ESSMAN You know, I treat myself as if I do, and I don't eat the wheat.
That kind of exchange should sound pretty familiar to people in celiac world. My advice: If you think you might have it, consult with an informed doctor about getting tested. It typically all begins with a blood test while you're not on the gluten-free diet.

You know what I think would be interesting? Offering screening to anyone involved with The View and finding out what the results are.

In the meantime, here's the latest in the feud between Rosie and Donald Trump--this was also on today's episode.


Mondschein said...

Not to be too pedantic, Glutino does make a chocolate-covered wafer cookie that resembles a Kit-kat, as does Glutano. The hard part for me is finding them in NYC.

David Marc Fischer said...

You know, I think Fairway might have both. I'll keep my eyes peeled.

Catherine said...

Great analysis of the segment David! I posted it to the Delphi Forums so everyone could see it.

David Marc Fischer said...

Thanks, Catherine! And wahoowah!

Anonymous said...

What is the gene test Dr. Greene was talking about? I have heard of the antibody test, but that might not be so accurate for people who are currently eating a GF diet for health reasons. The gene test is supposed to be more accurate. If you know the name, please post it, I would really appreciate it, my doctors are so incompetent here in the Deep South...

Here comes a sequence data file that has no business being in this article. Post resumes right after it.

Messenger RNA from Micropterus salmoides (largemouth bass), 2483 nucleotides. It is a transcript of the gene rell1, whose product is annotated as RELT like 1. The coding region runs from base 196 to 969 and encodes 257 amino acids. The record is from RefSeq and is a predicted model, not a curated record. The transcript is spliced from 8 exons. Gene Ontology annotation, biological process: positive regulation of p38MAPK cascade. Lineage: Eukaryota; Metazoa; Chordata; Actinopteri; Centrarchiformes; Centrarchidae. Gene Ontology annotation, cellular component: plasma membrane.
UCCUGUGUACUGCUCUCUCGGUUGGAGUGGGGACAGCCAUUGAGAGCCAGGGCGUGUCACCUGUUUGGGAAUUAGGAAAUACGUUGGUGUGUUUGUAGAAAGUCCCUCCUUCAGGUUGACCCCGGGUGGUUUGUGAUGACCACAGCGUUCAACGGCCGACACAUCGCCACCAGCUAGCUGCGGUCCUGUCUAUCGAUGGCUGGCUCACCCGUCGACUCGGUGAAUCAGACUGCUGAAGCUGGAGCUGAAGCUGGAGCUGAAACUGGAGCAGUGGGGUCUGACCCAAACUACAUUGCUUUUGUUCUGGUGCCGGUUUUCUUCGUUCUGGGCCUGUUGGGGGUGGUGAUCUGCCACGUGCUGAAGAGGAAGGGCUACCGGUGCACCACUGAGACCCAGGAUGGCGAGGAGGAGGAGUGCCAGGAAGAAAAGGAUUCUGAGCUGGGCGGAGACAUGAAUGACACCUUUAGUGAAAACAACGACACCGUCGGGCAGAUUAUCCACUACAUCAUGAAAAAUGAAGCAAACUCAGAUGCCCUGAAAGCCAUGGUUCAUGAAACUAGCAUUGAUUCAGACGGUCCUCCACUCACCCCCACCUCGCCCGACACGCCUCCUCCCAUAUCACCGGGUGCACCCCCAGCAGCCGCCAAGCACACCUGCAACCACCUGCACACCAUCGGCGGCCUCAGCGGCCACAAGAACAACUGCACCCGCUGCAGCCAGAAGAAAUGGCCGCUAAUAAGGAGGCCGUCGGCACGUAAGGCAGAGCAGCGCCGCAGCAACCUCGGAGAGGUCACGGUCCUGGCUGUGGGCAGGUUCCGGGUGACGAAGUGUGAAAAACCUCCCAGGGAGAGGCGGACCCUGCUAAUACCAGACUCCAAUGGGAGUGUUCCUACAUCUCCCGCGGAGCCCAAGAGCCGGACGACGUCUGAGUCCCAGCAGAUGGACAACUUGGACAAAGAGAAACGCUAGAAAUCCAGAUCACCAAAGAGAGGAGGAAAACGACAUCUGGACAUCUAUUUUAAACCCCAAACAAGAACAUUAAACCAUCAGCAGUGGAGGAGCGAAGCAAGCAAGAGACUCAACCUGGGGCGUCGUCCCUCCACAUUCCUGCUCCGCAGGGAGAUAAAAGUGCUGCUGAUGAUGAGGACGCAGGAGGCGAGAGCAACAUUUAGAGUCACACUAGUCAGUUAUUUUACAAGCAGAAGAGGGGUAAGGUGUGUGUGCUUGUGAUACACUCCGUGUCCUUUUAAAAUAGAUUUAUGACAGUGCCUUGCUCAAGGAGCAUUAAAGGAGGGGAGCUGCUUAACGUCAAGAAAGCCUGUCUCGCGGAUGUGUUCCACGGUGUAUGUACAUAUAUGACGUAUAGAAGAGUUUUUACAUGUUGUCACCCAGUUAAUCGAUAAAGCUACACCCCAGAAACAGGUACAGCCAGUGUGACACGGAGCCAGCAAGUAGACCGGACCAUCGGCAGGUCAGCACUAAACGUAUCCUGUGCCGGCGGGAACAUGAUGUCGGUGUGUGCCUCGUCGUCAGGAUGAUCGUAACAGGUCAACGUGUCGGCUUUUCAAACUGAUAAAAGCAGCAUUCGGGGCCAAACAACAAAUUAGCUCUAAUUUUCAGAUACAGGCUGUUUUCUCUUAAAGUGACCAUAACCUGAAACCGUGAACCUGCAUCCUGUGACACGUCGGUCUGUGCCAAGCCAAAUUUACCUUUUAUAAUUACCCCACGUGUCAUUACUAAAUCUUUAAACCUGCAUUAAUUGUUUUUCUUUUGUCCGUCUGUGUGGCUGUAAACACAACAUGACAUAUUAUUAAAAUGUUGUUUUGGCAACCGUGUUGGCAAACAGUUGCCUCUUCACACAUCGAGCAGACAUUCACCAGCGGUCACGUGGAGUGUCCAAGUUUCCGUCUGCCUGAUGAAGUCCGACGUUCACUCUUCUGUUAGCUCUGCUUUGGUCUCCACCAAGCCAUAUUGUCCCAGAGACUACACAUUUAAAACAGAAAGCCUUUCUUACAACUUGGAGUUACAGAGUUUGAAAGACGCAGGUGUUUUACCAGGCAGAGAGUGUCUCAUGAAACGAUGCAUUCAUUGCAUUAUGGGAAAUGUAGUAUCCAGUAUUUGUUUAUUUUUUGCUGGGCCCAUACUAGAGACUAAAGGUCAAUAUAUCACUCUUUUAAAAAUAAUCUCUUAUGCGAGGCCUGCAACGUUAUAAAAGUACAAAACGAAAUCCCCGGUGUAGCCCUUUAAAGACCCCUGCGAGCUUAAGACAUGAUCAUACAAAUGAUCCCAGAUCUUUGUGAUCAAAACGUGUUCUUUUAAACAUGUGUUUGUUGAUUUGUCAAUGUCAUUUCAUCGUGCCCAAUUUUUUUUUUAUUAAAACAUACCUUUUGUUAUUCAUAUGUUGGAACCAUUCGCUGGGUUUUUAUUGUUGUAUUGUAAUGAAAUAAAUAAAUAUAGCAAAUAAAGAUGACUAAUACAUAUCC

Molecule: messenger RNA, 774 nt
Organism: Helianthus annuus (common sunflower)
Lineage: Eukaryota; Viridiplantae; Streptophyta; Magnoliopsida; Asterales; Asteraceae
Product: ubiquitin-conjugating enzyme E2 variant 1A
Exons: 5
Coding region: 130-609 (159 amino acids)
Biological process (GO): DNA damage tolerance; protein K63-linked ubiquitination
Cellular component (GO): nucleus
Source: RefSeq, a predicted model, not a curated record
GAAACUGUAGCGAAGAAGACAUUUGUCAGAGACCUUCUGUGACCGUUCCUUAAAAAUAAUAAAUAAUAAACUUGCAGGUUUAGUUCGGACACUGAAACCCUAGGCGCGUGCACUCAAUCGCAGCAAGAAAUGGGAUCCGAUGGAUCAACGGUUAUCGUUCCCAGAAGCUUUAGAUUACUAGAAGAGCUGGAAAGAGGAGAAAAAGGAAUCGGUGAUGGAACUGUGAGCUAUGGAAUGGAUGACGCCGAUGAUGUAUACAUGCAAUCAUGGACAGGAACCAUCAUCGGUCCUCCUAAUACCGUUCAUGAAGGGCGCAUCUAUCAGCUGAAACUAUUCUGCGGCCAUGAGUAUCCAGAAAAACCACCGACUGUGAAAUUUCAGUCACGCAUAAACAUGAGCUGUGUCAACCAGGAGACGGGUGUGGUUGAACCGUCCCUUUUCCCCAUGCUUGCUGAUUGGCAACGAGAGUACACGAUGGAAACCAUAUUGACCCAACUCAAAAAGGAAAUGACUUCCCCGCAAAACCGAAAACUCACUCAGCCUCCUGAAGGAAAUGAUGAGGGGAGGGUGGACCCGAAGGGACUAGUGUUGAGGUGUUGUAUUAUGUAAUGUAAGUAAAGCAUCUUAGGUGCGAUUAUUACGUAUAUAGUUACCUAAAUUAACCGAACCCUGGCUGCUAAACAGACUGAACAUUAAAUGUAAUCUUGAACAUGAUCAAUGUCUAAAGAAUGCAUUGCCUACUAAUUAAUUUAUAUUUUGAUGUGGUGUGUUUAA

David Marc Fischer said...

The gene tests for celiac disease look for the molecules HLA-DQ2 and/or HLA-DQ8. You can find an explanation at the website for Kimball Genetics, which is one of the labs that conducts such tests.

The genetic tests are neither substitutes for blood tests while off the gluten-free diet nor for a biopsy recent enough to show any damage that might have been caused by eating gluten.

Here is what you can basically learn from genetic testing, as I understand it. If you test negative, you are extremely unlikely to have celiac disease. However, if you test positive genetically, that only means that you have some chance of having celiac disease. That is why genetic testing is not considered to be definitive for a positive celiac diagnosis--you can easily test positive genetically but not have celiac disease after all. However, if you are reluctant to go back on gluten or have a biopsy at this time, genetic testing might help you and your doctor(s) decide what to do next. A lot of medical decisions involve putting together different pieces of a puzzle, so genetic test results from a recognized, responsible lab could wind up being considered as part of a bigger picture.

You can find a list of celiac specialists here.

I hope this information is useful to you. I've also covered the subject here, but please keep in mind that I am not a doctor, just someone who tries to keep up with the basics. If you want more information from Dr. Green, you might consider looking at his book.